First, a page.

A trio of Bigfin Reef Squid (Sepioteuthis lessoniana) were recently introduced to the Boneless Beauties gallery. This species is characterized by a large oval fin extending throughout its mantle which gives it a slightly similar look to cuttlefish.
Bigfin Reef Squid can be found at depths of up to 100 meters across a huge range of Indo-Pacific waters, from Hawaii to the East African Coast. Some have even been introduced into the Mediterranean Sea.
Here at the Aquarium, caring for squid is similar to other Cephalopods, such as Octopuses and Cuttlefish, but “a lot harder,” according to Aquarist Sharyl Crossley.
“They are very sensitive and get spooked and jump,” she explains. “They eat about every two hours and typically only live about 350 days (give or take). That’s the shortest lifespan of any cephalopods we keep here.”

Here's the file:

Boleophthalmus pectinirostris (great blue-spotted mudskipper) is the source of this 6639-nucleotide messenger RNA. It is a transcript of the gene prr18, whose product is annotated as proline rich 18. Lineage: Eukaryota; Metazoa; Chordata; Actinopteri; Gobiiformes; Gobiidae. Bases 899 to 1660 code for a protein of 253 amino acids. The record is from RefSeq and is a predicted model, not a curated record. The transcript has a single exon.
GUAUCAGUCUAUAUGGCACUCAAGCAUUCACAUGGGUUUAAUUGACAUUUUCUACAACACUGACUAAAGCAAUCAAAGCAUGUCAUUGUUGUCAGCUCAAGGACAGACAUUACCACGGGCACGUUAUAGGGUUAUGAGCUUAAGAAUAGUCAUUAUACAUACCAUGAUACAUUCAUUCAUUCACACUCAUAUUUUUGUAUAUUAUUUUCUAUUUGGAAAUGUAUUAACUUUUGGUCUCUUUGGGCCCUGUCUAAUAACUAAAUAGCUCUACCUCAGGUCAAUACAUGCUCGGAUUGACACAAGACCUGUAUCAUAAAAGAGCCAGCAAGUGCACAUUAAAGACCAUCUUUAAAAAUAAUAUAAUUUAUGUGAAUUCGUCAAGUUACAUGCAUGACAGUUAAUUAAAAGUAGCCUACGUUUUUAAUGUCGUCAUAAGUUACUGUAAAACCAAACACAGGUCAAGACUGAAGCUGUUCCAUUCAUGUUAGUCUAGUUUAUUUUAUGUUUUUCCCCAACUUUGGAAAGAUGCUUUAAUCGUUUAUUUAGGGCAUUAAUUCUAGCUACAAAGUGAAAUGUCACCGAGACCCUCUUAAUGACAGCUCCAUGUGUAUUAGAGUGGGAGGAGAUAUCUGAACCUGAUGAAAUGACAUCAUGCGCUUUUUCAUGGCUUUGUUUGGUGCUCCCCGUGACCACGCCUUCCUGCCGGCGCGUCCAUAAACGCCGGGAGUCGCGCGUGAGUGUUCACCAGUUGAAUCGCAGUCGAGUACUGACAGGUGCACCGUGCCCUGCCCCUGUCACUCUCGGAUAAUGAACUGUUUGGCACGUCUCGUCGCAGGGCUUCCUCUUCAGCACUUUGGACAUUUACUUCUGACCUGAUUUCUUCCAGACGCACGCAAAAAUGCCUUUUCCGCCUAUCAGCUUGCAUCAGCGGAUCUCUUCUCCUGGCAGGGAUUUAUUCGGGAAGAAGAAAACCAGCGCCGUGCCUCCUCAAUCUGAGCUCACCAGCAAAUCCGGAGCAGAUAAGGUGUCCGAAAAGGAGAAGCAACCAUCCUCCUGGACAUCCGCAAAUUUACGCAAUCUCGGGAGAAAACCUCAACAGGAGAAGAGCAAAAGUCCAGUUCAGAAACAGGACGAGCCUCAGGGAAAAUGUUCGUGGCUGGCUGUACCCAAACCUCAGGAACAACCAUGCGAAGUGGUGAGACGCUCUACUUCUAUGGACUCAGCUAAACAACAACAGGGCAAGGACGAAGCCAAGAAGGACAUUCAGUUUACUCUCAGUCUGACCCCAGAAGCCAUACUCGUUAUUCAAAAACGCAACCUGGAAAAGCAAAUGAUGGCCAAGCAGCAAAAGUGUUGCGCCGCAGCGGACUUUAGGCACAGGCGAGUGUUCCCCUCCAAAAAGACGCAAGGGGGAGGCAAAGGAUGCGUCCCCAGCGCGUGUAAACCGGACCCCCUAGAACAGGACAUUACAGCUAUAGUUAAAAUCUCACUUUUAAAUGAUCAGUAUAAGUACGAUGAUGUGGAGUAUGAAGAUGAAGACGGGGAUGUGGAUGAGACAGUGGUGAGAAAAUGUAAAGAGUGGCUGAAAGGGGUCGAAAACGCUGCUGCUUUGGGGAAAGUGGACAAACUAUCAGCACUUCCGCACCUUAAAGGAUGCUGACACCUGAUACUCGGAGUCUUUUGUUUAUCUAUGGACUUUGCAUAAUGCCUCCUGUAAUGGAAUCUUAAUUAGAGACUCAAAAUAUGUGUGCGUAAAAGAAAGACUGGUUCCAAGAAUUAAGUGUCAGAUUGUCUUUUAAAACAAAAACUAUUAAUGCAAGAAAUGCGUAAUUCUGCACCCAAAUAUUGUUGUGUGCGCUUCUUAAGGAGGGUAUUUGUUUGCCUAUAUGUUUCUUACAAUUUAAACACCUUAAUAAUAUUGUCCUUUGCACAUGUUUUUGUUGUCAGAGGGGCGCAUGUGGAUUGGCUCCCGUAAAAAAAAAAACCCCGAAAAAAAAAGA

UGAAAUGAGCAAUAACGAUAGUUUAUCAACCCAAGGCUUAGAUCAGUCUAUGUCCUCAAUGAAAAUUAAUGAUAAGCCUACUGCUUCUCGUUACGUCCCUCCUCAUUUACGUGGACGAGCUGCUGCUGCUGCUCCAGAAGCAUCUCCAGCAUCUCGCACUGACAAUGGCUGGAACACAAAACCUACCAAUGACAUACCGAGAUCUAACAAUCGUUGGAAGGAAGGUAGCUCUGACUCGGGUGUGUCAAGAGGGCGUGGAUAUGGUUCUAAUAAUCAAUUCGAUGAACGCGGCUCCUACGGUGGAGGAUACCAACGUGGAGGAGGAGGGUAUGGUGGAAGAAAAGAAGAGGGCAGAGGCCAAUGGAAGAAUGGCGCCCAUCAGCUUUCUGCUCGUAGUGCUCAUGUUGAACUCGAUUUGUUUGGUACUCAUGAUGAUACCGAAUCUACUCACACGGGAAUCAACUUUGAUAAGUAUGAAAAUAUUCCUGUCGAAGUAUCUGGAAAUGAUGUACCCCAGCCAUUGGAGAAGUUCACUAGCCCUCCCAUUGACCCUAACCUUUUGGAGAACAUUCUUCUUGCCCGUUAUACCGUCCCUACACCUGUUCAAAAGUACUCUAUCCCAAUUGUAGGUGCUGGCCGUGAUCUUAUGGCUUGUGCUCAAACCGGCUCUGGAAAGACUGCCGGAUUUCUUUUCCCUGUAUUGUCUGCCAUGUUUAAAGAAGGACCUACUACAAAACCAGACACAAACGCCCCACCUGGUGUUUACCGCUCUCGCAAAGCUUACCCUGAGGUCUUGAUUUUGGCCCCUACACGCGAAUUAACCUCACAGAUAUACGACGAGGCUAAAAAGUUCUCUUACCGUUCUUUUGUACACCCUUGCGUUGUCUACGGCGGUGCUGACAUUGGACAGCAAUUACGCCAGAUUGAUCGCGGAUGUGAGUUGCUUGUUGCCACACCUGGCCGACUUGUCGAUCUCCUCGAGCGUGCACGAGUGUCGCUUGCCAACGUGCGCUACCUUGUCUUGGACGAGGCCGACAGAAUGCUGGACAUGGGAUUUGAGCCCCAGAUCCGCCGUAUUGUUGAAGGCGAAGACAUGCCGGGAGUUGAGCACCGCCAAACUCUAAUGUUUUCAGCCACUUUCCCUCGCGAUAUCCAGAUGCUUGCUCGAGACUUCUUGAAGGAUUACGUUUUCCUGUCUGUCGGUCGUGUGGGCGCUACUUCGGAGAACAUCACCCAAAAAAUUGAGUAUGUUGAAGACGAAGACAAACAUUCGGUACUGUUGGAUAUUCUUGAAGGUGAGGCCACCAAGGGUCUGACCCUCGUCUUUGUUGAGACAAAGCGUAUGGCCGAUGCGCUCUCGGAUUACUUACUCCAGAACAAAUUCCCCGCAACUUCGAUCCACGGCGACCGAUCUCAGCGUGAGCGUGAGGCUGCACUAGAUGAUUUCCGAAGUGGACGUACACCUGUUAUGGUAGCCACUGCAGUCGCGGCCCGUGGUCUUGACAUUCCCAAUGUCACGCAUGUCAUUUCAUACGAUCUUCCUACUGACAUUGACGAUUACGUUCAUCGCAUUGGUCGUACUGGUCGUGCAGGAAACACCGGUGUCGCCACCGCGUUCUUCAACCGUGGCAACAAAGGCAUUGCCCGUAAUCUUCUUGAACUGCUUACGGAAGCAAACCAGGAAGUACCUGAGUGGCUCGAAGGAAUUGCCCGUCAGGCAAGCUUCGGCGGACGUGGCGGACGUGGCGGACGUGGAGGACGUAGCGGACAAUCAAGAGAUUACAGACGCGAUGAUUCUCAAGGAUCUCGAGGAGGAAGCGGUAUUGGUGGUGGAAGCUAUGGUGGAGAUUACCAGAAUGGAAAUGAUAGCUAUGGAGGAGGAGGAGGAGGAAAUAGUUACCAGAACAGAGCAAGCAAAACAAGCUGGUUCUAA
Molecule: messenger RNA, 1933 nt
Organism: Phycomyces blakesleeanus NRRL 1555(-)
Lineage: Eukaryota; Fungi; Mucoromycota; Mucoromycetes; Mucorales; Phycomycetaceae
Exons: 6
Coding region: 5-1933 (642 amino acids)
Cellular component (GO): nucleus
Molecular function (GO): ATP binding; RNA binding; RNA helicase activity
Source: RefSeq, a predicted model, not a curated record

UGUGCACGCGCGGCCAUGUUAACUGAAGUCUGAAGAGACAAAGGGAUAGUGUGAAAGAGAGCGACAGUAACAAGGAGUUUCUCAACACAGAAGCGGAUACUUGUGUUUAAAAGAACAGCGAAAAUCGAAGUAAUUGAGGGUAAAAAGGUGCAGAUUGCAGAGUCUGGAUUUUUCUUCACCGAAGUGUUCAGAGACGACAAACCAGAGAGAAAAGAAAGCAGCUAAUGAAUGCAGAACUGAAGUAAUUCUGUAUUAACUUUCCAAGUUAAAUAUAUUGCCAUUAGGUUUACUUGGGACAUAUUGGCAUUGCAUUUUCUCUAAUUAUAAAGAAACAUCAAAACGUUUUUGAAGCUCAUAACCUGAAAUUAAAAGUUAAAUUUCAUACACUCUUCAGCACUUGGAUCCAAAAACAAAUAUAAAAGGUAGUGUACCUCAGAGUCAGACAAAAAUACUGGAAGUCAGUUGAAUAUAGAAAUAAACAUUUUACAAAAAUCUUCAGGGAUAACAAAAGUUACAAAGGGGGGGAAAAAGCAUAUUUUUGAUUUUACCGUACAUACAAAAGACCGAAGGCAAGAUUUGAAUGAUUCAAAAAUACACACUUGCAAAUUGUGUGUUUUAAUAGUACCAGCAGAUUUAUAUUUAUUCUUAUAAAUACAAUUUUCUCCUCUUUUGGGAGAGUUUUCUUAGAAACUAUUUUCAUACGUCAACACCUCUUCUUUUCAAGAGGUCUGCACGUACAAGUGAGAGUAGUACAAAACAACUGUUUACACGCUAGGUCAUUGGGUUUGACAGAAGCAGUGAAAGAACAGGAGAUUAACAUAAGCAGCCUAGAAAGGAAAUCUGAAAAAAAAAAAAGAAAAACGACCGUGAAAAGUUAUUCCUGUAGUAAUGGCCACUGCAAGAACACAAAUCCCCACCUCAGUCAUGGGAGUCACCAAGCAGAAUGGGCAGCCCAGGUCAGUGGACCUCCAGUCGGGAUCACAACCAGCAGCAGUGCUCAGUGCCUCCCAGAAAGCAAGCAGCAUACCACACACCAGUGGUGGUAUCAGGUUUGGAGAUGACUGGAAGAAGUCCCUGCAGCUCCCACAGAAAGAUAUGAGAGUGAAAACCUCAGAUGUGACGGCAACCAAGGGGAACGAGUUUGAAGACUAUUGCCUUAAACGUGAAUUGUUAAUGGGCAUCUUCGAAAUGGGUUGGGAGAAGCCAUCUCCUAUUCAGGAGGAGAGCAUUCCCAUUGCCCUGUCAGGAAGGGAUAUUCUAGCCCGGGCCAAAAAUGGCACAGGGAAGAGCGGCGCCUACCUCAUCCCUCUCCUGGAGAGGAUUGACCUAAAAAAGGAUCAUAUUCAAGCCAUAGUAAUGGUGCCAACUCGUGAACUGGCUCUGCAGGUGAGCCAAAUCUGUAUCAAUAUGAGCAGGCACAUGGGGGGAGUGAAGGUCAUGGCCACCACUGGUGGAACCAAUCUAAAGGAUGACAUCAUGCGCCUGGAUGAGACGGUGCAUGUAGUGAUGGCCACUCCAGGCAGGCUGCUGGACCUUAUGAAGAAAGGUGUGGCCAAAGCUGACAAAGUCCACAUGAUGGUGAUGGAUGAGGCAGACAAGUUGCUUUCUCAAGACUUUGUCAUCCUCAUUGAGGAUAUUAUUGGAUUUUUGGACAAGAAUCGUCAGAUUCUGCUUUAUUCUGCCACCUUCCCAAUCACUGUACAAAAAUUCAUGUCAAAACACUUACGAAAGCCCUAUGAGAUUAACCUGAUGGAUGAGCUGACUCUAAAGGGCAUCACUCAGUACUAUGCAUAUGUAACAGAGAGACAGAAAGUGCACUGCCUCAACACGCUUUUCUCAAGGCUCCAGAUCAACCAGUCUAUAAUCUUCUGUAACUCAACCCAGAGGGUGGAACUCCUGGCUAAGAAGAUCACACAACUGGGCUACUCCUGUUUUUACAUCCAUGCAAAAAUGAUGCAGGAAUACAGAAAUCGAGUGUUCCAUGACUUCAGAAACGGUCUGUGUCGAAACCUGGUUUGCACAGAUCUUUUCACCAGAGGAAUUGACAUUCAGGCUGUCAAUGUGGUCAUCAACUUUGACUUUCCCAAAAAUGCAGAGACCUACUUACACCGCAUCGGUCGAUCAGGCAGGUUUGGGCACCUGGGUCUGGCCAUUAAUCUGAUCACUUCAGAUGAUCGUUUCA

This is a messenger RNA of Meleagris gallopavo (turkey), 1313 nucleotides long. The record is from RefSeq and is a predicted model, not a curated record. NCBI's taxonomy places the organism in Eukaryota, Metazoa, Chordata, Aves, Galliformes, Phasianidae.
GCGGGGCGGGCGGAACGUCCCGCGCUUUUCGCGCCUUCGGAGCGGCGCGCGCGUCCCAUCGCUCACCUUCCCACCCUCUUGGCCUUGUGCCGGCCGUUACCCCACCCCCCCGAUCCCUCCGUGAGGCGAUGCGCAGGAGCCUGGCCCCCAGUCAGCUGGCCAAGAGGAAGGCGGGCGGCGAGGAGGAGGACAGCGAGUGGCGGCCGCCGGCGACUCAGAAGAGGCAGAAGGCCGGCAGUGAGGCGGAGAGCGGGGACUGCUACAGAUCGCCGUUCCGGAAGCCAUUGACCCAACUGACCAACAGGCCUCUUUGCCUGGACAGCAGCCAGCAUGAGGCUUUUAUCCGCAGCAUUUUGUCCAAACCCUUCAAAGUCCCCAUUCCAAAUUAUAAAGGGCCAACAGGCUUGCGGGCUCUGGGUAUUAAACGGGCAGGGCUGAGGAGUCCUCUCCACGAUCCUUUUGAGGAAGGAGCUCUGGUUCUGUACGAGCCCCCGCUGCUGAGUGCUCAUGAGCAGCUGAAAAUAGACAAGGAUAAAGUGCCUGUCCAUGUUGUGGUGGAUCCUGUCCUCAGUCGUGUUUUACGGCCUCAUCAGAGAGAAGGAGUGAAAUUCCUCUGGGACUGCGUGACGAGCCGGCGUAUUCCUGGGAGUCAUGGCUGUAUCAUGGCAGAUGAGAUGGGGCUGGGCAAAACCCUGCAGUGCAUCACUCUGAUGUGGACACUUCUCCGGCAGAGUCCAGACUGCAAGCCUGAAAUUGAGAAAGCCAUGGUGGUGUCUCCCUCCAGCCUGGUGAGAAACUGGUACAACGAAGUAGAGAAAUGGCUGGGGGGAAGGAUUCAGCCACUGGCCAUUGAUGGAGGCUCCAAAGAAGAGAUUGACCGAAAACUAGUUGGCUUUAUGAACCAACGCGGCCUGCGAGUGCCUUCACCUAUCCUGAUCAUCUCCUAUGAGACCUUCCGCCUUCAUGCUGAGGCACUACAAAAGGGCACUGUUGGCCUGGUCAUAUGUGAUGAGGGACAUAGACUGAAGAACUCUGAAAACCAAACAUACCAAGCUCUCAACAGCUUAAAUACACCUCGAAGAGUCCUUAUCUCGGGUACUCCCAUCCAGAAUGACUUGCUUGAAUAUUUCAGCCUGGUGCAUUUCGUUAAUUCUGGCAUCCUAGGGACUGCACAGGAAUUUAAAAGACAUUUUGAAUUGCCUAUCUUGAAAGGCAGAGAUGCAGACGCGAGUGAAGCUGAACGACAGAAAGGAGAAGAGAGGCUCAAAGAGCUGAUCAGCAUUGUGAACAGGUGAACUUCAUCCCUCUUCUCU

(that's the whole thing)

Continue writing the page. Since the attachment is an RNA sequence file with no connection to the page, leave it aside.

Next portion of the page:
Similar to some of their cephalopod cousins, their upper surfaces are covered with chromatophores, special cells that allow them to change color. This behavior is helpful in the wild, where it can serve as camouflage or as a tactic to ward off predators. But squid are proficient predators themselves, as their tentacles can quickly grab and hold their prey.
Let’s welcome these cool new creatures with a round of cephalo-plause!